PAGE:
A mother struggles to raise her three children in a dystopian Egyptian industrial landscape after her husband is transformed into a chicken in Feathers, a breathtakingly sure-handed debut feature from director Omar El Zohairy that won the Critics’ Week Grand Prize at Cannes last month before screening at the Karlovy Vary International Film Festival.
The setting is contemporary Egypt, but it wouldn’t feel out of place in Mad Max: Fury Road: Feathers takes place in and around a seemingly-abandoned industrial complex, where a put-upon mother attempts to take care of her three children along with a husband who seems to add little to the equation.
Played by Demyana Nassar in a remarkably controlled performance, we rarely see the mother’s face or even hear her utter a word as she moves between cooking and household chores, rushing to close the solitary window in the family’s brutalist apartment before clouds of smoke from the nearby factory billow into their home.
But Nassar’s mother is suddenly thrust into the spotlight when a magic show at a child’s birthday party goes horribly wrong: her husband enters a box and out emerges a chicken, and the trick can’t seem to be reversed. But before the family can raise much of a stink, the amateur magicians have fled and left them with poultry instead of a breadwinner.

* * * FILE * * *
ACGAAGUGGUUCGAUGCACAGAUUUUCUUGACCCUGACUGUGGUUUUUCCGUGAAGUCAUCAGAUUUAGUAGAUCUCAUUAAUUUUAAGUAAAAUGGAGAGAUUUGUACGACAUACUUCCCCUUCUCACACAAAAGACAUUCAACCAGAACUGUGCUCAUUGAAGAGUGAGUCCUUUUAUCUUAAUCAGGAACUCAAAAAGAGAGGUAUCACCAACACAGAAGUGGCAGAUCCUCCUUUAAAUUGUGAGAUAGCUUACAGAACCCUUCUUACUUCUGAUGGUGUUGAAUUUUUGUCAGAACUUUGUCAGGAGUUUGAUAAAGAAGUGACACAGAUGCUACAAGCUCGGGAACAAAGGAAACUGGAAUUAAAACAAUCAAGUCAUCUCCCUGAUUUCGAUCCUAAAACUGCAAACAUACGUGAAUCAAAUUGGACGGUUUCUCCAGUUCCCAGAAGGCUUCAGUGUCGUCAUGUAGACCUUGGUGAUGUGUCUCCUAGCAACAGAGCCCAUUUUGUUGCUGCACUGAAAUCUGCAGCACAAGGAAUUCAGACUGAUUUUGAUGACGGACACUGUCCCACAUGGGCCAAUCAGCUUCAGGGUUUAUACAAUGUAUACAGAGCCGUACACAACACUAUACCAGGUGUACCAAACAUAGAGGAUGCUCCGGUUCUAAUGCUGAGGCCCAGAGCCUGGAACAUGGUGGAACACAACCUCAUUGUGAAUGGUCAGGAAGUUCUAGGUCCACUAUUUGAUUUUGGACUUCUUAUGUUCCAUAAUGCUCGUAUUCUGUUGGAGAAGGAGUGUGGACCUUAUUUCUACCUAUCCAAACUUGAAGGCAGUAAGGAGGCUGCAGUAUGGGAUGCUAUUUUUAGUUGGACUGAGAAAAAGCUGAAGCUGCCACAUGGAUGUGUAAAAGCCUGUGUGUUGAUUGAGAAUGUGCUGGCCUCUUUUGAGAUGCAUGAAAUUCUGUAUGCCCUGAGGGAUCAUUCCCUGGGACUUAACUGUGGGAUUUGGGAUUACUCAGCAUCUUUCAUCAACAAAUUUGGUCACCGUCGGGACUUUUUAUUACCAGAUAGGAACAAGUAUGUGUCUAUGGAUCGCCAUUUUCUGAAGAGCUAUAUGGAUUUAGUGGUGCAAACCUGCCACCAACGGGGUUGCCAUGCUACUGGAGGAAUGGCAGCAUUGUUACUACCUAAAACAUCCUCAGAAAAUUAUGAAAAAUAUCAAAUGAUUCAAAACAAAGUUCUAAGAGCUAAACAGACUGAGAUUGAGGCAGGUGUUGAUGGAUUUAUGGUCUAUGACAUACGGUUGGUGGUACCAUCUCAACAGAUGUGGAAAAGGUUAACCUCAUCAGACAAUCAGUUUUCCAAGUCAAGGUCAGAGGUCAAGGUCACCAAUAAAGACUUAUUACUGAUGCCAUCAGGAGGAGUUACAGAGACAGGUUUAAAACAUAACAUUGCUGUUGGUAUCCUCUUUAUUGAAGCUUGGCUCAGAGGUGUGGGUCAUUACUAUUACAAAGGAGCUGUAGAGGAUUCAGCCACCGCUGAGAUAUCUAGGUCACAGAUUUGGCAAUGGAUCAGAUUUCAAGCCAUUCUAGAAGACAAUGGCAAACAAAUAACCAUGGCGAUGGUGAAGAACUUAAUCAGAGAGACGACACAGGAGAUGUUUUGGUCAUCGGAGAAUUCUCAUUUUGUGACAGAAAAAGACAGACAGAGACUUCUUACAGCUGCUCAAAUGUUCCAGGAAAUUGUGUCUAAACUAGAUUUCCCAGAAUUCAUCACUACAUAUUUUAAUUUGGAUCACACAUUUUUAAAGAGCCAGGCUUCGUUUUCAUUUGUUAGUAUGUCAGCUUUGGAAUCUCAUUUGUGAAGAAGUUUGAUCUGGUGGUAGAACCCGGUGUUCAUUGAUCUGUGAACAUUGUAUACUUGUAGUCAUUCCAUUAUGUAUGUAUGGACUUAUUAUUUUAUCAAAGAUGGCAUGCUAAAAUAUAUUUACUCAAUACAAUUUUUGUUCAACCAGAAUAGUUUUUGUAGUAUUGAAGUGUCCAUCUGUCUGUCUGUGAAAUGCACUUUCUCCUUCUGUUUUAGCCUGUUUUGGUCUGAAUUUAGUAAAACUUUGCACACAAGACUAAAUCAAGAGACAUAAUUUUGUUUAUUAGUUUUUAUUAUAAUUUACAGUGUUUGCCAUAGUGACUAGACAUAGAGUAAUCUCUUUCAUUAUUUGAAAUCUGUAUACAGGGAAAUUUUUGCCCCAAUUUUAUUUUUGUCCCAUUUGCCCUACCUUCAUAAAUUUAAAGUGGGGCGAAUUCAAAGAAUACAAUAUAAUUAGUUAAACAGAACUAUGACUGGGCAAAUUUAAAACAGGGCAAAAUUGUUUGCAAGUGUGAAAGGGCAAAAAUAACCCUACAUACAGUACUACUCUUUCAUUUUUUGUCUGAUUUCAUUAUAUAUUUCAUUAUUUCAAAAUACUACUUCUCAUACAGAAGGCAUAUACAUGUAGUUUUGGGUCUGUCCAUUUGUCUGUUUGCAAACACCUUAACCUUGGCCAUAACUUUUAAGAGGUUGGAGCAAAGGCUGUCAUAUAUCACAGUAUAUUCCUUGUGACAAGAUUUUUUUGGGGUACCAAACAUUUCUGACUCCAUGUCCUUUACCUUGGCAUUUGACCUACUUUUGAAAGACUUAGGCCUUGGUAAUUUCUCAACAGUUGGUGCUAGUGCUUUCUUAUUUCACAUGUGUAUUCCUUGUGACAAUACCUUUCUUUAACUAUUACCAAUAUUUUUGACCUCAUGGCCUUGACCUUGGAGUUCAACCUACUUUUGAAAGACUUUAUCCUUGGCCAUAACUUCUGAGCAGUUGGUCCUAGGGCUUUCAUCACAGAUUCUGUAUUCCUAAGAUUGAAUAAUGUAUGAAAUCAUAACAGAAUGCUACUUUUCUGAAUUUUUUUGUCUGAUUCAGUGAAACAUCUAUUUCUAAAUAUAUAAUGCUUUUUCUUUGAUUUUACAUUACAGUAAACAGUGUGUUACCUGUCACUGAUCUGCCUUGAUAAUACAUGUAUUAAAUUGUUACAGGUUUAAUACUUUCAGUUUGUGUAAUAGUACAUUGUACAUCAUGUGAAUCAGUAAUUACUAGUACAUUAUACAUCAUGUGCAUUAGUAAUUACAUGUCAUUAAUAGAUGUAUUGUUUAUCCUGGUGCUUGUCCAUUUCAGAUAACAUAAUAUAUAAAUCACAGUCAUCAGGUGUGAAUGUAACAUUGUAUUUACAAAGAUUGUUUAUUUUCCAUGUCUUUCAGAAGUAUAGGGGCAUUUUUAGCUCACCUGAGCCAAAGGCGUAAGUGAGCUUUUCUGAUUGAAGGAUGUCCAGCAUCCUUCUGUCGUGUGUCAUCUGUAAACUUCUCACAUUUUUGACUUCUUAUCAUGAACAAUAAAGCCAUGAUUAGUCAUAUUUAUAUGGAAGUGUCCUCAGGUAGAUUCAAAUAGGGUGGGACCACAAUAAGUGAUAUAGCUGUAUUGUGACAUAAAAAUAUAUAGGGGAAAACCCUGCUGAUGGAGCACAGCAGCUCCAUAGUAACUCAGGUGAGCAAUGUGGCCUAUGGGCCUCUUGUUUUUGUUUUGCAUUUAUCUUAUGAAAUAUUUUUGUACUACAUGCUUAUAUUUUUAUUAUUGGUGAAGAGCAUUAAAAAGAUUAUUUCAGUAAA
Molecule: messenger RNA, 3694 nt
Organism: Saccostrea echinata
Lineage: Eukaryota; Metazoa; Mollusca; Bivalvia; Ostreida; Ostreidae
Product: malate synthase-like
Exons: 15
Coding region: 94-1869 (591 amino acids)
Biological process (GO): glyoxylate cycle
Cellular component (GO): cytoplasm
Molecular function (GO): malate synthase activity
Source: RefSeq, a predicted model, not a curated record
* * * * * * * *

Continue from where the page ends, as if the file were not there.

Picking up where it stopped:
Worse, mom now has another mouth to feed and care for. The local circus can’t locate the magicians, a shaman’s ritual efforts won’t turn the chicken back into her husband, and now he’s sick: a veterinarian sells her pills and tells her to put him in an incubator machine for ten hours per day.
After repo men start removing the family’s few possessions, mom puts her eldest son (who looks about eight years old) to work in the local factory in place of her husband, and finds her own employment at a location that will hire women. The family begins to earn money to pay off their debt and reclaim their possessions, but in El Zohairy’s bleak worldview, no step can be taken forward without taking two steps back.
In its pitch-black satire of the working class in an industrial Egyptian nightmare, Feathers cannily blends elements of Franz Kafka: the central transformation of the father explicitly recalls Metamorphosis, while the endless bureaucracy faced by the mother in her efforts to make things right remind of one of Kafka’s favorite themes, featured in works such as The Trial and The Castle.
Bleak, almost post-apocalyptic cinematography by Kamal Samy is a perfect fit for the thematic material; the industrial wasteland that makes up most of the film’s visual palette is nicely contrasted with a few fleeting scenes at an affluent suburb. But the majority of Feathers is so grimy and dusty that you feel like you need a shower afterwards.
Deliberately paced but never slow, there are no wasted scenes in Feathers: every sequence carefully builds upon the pointed narrative, a rare accomplishment for a director making his feature debut. This is one of the real finds of 2021.
While some great films by acclaimed filmmakers also screened at this year’s film festival in Karlovy Vary, including Apichatpong Weerasethakul’s Memoria and Gaspar Noé’s Vortex, Feathers was a real highlight.